After a flurry of publications in the past year or so, I took this year off of writing to attend more to my parents. As they stabilize, I am eager to return to a dropped project regarding simple and sustainable strategies for managing image collections as research materials.

After an overly booked IASSIST’17 (I had 5 accepted papers and presentations!) – I’m thrilled to go to IASSIST ‘18 in Montreal as a participant only. This is an international association of research data professionals who never cease to energize my thinking and reward my engagement with fantastic collaborations. For instance, last summer I placed two DataSquad students in extraordinary research-data internships in eastern and southern Africa and one at Harvard (that went so well that he’ll be returning for another summer.) And I’ve accidentally set one up for myself! .. well, it turned into a Fulbright Specialist appointment. (All I need now is for the Zimbabwean elections to proceed calmly next summer and my parents to stay stable.)

Randy’s Spring 2018 Update

This Spring Term I’ll spend a great deal of my time ensuring that all the scientific instruments in the natural sciences are running as expected. The move from Mudd Hall caused a lot of disruption to the communication between instruments and computers. The spring term is just one small step before summer research begins and I want to ensure that things go smoothly.

I’ll also continue my work with the College’s Mobile App Development group. I call it MAD! There is no official name for the group yet but I hope my nickname for it sticks! We are working on a process so that anyone interested in making a mobile app for their teaching or research knows how to proceed. I’m hopeful Spring Term will allow me more time to help faculty develop their app ideas and possibly even publish a working mobile app.

One of my other projects is working on LabArchives (LA). LA is an online Electronic Lab Notebook that was designed to replace the traditional paper lab notebook within the science communities. But that has all change now that Juliane Schicker, Assistant Professor of German, broke through the disciplinary boundaries and began using LA in her teaching! I’m hoping to use the example of Juliane to spread the word across the curriculum that there is an easier way to manage lab notebooks and student journaling.

I’ll spend some time this spring learning more about the MakerSpaces housed about campus. I currently learning about Blendor and Inventor software packages for 3D printing. Knowing these two packages will help with future 3D printing needs.

Finally, moving the scientists wasn’t the only move I had going! I moved my family to a new house over winter break and most of January. I must be crazy to move in the coldest time of the year but some of you know that I like to do things the hard way. This move included two adults, two kids, one parent, two dogs, five cats, two businesses and because I am a tinkerer LOTS of shop “stuff”!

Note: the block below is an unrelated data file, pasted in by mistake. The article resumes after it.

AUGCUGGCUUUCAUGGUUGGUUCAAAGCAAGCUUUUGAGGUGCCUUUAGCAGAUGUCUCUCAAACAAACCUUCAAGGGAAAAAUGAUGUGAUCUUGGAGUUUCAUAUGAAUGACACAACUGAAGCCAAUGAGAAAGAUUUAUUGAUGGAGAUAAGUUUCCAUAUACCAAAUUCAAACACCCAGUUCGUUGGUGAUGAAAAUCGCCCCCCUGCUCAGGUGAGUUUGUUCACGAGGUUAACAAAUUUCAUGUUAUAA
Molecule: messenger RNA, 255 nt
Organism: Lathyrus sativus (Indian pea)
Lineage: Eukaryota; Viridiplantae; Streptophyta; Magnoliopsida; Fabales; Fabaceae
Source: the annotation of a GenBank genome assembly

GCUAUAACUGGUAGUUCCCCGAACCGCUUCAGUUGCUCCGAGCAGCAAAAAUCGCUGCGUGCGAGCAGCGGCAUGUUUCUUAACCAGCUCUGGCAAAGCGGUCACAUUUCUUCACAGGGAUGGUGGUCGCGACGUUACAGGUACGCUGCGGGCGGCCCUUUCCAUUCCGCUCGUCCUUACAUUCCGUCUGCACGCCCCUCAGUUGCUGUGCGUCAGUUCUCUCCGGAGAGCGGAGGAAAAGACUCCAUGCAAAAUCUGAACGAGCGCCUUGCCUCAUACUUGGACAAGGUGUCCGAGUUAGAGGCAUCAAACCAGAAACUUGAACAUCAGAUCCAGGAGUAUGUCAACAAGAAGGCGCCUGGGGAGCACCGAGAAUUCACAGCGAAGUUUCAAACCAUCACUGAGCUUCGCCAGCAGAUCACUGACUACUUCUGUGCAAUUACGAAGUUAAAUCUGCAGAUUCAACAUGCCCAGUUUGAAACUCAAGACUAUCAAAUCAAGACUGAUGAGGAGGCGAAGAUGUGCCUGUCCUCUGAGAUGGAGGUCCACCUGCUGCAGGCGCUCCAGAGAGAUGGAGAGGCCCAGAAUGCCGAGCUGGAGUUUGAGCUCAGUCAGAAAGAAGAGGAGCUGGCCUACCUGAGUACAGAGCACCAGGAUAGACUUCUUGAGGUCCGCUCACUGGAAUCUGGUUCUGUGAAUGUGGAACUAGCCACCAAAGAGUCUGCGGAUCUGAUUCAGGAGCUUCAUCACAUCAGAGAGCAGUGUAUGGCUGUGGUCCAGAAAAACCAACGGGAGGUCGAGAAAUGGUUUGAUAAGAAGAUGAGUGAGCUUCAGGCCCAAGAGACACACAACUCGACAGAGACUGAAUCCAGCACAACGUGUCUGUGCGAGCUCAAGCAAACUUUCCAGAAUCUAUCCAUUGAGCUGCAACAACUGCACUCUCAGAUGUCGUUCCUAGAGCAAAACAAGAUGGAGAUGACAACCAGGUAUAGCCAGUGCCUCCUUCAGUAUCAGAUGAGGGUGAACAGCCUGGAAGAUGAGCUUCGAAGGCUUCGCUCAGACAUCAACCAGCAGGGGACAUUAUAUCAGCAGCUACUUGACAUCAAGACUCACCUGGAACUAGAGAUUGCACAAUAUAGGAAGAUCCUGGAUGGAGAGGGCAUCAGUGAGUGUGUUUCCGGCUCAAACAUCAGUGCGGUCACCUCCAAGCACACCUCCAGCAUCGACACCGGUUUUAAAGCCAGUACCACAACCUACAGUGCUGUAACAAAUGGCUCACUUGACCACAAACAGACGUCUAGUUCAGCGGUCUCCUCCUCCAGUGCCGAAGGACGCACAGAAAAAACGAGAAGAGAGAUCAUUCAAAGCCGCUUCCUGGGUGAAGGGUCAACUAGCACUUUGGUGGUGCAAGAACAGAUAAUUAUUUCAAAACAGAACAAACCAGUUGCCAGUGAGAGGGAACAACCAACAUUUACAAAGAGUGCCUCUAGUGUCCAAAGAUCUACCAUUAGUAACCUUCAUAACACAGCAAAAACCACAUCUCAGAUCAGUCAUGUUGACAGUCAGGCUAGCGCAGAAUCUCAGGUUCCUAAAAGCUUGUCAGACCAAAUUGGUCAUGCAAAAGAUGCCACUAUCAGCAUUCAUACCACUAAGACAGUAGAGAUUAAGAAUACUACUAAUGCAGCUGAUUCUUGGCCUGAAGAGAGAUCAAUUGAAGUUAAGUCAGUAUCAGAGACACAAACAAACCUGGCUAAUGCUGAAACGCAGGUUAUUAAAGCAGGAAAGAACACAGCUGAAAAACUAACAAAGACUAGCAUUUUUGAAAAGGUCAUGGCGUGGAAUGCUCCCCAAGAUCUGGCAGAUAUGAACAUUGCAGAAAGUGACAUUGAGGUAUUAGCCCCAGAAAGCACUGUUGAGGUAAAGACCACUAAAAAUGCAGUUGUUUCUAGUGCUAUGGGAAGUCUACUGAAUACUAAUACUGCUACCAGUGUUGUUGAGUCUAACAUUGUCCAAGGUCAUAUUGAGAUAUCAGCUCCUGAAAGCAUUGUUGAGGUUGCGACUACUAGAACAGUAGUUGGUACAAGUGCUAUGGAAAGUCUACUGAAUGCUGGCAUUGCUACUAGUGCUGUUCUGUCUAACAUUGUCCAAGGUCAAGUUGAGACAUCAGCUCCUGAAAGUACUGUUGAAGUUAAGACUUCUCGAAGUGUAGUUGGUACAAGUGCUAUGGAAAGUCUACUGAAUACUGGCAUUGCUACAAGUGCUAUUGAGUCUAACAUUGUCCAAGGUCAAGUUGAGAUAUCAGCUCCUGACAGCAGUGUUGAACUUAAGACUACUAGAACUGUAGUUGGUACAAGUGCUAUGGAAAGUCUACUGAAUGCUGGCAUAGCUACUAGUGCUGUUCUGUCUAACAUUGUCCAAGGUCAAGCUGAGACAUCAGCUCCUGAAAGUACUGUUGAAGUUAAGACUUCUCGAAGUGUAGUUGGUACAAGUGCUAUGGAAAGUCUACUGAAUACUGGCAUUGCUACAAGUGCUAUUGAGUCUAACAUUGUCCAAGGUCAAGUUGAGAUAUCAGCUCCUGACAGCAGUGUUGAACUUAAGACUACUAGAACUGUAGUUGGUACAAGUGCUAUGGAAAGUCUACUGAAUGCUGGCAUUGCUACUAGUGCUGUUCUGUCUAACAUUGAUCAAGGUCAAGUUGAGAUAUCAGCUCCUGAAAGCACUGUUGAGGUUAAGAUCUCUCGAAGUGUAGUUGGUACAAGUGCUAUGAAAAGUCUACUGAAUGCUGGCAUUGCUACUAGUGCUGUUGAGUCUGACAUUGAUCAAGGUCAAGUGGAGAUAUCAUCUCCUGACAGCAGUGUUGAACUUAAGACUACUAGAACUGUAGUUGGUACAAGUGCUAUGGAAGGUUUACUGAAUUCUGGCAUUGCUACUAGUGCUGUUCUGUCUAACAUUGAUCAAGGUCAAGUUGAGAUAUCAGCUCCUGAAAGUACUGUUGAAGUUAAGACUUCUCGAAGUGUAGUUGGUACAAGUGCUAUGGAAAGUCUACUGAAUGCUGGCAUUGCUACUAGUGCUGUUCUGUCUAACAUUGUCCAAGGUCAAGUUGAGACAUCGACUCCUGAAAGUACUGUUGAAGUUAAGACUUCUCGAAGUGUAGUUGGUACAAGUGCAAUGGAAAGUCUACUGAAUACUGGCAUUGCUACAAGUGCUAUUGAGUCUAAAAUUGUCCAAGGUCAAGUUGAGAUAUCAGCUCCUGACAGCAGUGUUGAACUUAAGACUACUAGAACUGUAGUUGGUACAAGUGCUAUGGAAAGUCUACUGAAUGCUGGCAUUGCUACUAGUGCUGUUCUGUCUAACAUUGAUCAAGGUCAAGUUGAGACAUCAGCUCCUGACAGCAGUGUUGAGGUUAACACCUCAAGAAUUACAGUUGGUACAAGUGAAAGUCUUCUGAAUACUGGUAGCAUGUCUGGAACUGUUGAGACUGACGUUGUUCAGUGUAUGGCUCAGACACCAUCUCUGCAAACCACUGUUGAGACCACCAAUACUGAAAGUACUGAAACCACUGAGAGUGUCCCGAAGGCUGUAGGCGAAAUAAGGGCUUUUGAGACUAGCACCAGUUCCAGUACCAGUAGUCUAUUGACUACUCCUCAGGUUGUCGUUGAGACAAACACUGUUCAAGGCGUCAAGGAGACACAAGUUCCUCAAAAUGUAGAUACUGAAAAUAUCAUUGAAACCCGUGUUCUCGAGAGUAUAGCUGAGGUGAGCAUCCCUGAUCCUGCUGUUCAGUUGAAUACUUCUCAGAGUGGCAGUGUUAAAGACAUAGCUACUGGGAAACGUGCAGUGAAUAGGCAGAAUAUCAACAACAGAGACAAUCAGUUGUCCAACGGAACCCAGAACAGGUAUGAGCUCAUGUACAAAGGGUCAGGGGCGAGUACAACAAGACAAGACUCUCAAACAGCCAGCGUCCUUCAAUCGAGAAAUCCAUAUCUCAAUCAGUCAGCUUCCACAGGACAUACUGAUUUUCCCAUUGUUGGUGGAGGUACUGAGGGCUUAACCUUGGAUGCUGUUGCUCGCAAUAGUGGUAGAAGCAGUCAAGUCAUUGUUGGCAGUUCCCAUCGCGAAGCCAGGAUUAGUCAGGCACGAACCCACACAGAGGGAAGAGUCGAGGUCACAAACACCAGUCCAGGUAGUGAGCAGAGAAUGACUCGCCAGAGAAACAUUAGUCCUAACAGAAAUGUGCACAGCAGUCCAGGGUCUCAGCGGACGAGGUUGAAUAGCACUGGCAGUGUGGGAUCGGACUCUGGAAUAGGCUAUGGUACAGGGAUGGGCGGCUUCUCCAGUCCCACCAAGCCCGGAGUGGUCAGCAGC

Janet’s Spring 2018 Update

This Spring Term online teaching and learning is much on my mind.

I’ll be presenting at OLCInnovate 2018 in Nashville, Tennessee this April. OLC, Online Learning Consortium, pairs up with MERLOT (for those of you who remember this repository) for their big conferences. I’ve got a couple presentations but for this update I’m focused on the one titled “Is online teaching and learning relevant for small residential liberal arts colleges?” It’s in the session category ‘Conversations, Not Presentations’ which means I get to talk with attendees rather than at them and I’m hopeful for some interesting and useful conversation.

For the OLC conversation I’ll be pulling from my Carleton work with CUBE, Carleton Undergraduate Bridge Experience. CUBE consists of an online 6 week summer portion and a traditional Fall Term portion. Summer CUBE has two primary goals: 1) to strengthen the quantitative skills of incoming students and 2) to connect participants to the campus community before they arrive on campus.

CUBE in turn has heavily contributed to Carleton’s LACOL (Liberal Arts Consortium for Online Learning) work on the QLAB project and this will inform my OLC conversation as well. QLAB is the nickname applied to a multi-campus development and educational research initiative to assist our students with readiness for their quantitative work across the curriculum, and to investigate the role that online resources may play in this.

And all of this online teaching and learning work at Carleton is going easier for me because of my time at Georgetown University which was  just prior to coming to Carleton. There, in my position as Director of Technology Enhanced Learning, I helped design and implement online courses and MOOCs, and in my position as adjunct professor, I taught an online course.

I won’t rely on my experiences alone though to pull off a good conversation at OLC! I’ll be tracking the current buzz about online T&L and that includes a few folks even talking about it in the context of small liberal arts schools: